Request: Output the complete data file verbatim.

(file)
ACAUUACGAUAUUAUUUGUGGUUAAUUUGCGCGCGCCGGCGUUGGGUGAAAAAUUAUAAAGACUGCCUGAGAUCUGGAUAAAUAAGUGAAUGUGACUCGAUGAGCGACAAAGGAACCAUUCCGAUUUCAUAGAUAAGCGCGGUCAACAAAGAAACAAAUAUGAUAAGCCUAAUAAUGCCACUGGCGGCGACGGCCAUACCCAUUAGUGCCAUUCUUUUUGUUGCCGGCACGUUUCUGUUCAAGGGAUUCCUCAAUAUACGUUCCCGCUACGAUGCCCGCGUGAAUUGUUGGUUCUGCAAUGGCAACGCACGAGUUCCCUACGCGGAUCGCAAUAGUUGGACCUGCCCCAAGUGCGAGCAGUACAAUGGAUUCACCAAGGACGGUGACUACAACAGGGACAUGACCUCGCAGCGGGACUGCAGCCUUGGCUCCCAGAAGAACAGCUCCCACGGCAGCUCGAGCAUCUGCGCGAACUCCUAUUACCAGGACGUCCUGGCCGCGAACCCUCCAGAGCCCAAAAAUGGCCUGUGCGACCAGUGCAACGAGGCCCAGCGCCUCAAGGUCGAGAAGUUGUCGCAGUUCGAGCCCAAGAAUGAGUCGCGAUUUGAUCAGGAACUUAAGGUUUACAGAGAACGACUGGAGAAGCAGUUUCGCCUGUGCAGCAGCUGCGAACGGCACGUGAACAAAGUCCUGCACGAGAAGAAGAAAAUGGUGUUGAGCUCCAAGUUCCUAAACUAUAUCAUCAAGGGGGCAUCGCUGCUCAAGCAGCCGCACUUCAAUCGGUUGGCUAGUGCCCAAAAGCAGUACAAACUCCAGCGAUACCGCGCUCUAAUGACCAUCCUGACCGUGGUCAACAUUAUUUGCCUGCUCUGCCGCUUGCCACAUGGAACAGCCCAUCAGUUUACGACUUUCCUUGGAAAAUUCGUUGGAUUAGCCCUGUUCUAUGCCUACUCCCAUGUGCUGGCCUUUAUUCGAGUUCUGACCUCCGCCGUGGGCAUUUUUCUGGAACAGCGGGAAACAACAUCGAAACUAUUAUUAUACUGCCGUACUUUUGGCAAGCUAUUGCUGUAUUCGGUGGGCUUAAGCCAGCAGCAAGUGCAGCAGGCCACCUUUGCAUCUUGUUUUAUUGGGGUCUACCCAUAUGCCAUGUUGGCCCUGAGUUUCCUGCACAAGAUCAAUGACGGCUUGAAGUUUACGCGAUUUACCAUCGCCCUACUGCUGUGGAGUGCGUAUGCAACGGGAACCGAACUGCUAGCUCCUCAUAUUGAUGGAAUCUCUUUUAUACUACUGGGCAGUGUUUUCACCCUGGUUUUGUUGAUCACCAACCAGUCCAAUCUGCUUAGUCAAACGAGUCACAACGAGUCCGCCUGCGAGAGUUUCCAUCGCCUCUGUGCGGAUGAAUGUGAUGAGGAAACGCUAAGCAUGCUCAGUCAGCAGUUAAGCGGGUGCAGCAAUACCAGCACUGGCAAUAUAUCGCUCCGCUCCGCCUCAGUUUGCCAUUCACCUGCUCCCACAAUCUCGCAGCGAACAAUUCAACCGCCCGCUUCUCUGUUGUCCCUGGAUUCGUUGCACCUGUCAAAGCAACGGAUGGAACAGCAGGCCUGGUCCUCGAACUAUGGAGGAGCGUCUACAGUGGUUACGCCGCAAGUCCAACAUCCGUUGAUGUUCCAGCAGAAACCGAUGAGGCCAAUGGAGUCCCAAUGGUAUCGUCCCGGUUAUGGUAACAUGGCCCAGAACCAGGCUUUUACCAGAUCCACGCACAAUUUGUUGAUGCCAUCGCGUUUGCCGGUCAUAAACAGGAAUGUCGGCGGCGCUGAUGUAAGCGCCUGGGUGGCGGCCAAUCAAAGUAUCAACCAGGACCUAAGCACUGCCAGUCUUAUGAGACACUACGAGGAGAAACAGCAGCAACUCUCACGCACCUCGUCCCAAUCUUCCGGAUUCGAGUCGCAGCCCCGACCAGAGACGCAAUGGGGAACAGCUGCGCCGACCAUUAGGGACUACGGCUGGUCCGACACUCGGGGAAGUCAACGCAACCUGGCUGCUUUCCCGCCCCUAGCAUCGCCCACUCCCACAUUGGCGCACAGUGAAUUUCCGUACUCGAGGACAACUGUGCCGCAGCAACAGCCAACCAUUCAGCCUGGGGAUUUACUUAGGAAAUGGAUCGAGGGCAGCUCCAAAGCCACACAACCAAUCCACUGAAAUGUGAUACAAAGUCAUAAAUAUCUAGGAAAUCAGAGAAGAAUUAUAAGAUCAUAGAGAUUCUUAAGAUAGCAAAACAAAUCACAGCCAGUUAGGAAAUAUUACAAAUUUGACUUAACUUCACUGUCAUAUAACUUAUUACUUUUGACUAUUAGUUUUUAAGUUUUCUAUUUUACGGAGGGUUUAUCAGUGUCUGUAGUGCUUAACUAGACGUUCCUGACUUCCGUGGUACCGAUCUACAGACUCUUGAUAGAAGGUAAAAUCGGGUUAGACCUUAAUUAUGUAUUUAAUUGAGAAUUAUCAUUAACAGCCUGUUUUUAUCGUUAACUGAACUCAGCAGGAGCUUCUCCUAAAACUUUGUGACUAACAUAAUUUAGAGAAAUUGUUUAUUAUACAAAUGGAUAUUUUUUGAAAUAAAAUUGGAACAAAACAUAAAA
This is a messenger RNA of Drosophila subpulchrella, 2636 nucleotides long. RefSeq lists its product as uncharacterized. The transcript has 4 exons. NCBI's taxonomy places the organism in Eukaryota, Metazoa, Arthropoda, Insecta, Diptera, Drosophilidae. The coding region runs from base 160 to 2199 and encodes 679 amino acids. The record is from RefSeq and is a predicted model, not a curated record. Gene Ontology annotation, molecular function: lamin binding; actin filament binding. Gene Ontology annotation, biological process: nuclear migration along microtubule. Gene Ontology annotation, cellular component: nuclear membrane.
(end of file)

ACAUUACGAUAUUAUUUGUGGUUAAUUUGCGCGCGCCGGCGUUGGGUGAAAAAUUAUAAAGACUGCCUGAGAUCUGGAUAAAUAAGUGAAUGUGACUCGAUGAGCGACAAAGGAACCAUUCCGAUUUCAUAGAUAAGCGCGGUCAACAAAGAAACAAAUAUGAUAAGCCUAAUAAUGCCACUGGCGGCGACGGCCAUACCCAUUAGUGCCAUUCUUUUUGUUGCCGGCACGUUUCUGUUCAAGGGAUUCCUCAAUAUACGUUCCCGCUACGAUGCCCGCGUGAAUUGUUGGUUCUGCAAUGGCAACGCACGAGUUCCCUACGCGGAUCGCAAUAGUUGGACCUGCCCCAAGUGCGAGCAGUACAAUGGAUUCACCAAGGACGGUGACUACAACAGGGACAUGACCUCGCAGCGGGACUGCAGCCUUGGCUCCCAGAAGAACAGCUCCCACGGCAGCUCGAGCAUCUGCGCGAACUCCUAUUACCAGGACGUCCUGGCCGCGAACCCUCCAGAGCCCAAAAAUGGCCUGUGCGACCAGUGCAACGAGGCCCAGCGCCUCAAGGUCGAGAAGUUGUCGCAGUUCGAGCCCAAGAAUGAGUCGCGAUUUGAUCAGGAACUUAAGGUUUACAGAGAACGACUGGAGAAGCAGUUUCGCCUGUGCAGCAGCUGCGAACGGCACGUGAACAAAGUCCUGCACGAGAAGAAGAAAAUGGUGUUGAGCUCCAAGUUCCUAAACUAUAUCAUCAAGGGGGCAUCGCUGCUCAAGCAGCCGCACUUCAAUCGGUUGGCUAGUGCCCAAAAGCAGUACAAACUCCAGCGAUACCGCGCUCUAAUGACCAUCCUGACCGUGGUCAACAUUAUUUGCCUGCUCUGCCGCUUGCCACAUGGAACAGCCCAUCAGUUUACGACUUUCCUUGGAAAAUUCGUUGGAUUAGCCCUGUUCUAUGCCUACUCCCAUGUGCUGGCCUUUAUUCGAGUUCUGACCUCCGCCGUGGGCAUUUUUCUGGAACAGCGGGAAACAACAUCGAAACUAUUAUUAUACUGCCGUACUUUUGGCAAGCUAUUGCUGUAUUCGGUGGGCUUAAGCCAGCAGCAAGUGCAGCAGGCCACCUUUGCAUCUUGUUUUAUUGGGGUCUACCCAUAUGCCAUGUUGGCCCUGAGUUUCCUGCACAAGAUCAAUGACGGCUUGAAGUUUACGCGAUUUACCAUCGCCCUACUGCUGUGGAGUGCGUAUGCAACGGGAACCGAACUGCUAGCUCCUCAUAUUGAUGGAAUCUCUUUUAUACUACUGGGCAGUGUUUUCACCCUGGUUUUGUUGAUCACCAACCAGUCCAAUCUGCUUAGUCAAACGAGUCACAACGAGUCCGCCUGCGAGAGUUUCCAUCGCCUCUGUGCGGAUGAAUGUGAUGAGGAAACGCUAAGCAUGCUCAGUCAGCAGUUAAGCGGGUGCAGCAAUACCAGCACUGGCAAUAUAUCGCUCCGCUCCGCCUCAGUUUGCCAUUCACCUGCUCCCACAAUCUCGCAGCGAACAAUUCAACCGCCCGCUUCUCUGUUGUCCCUGGAUUCGUUGCACCUGUCAAAGCAACGGAUGGAACAGCAGGCCUGGUCCUCGAACUAUGGAGGAGCGUCUACAGUGGUUACGCCGCAAGUCCAACAUCCGUUGAUGUUCCAGCAGAAACCGAUGAGGCCAAUGGAGUCCCAAUGGUAUCGUCCCGGUUAUGGUAACAUGGCCCAGAACCAGGCUUUUACCAGAUCCACGCACAAUUUGUUGAUGCCAUCGCGUUUGCCGGUCAUAAACAGGAAUGUCGGCGGCGCUGAUGUAAGCGCCUGGGUGGCGGCCAAUCAAAGUAUCAACCAGGACCUAAGCACUGCCAGUCUUAUGAGACACUACGAGGAGAAACAGCAGCAACUCUCACGCACCUCGUCCCAAUCUUCCGGAUUCGAGUCGCAGCCCCGACCAGAGACGCAAUGGGGAACAGCUGCGCCGACCAUUAGGGACUACGGCUGGUCCGACACUCGGGGAAGUCAACGCAACCUGGCUGCUUUCCCGCCCCUAGCAUCGCCCACUCCCACAUUGGCGCACAGUGAAUUUCCGUACUCGAGGACAACUGUGCCGCAGCAACAGCCAACCAUUCAGCCUGGGGAUUUACUUAGGAAAUGGAUCGAGGGCAGCUCCAAAGCCACACAACCAAUCCACUGAAAUGUGAUACAAAGUCAUAAAUAUCUAGGAAAUCAGAGAAGAAUUAUAAGAUCAUAGAGAUUCUUAAGAUAGCAAAACAAAUCACAGCCAGUUAGGAAAUAUUACAAAUUUGACUUAACUUCACUGUCAUAUAACUUAUUACUUUUGACUAUUAGUUUUUAAGUUUUCUAUUUUACGGAGGGUUUAUCAGUGUCUGUAGUGCUUAACUAGACGUUCCUGACUUCCGUGGUACCGAUCUACAGACUCUUGAUAGAAGGUAAAAUCGGGUUAGACCUUAAUUAUGUAUUUAAUUGAGAAUUAUCAUUAACAGCCUGUUUUUAUCGUUAACUGAACUCAGCAGGAGCUUCUCCUAAAACUUUGUGACUAACAUAAUUUAGAGAAAUUGUUUAUUAUACAAAUGGAUAUUUUUUGAAAUAAAAUUGGAACAAAACAUAAAA
This is a messenger RNA of Drosophila subpulchrella, 2636 nucleotides long. RefSeq lists its product as uncharacterized. The transcript has 4 exons. NCBI's taxonomy places the organism in Eukaryota, Metazoa, Arthropoda, Insecta, Diptera, Drosophilidae. The coding region runs from base 160 to 2199 and encodes 679 amino acids. The record is from RefSeq and is a predicted model, not a curated record. Gene Ontology annotation, molecular function: lamin binding; actin filament binding. Gene Ontology annotation, biological process: nuclear migration along microtubule. Gene Ontology annotation, cellular component: nuclear membrane.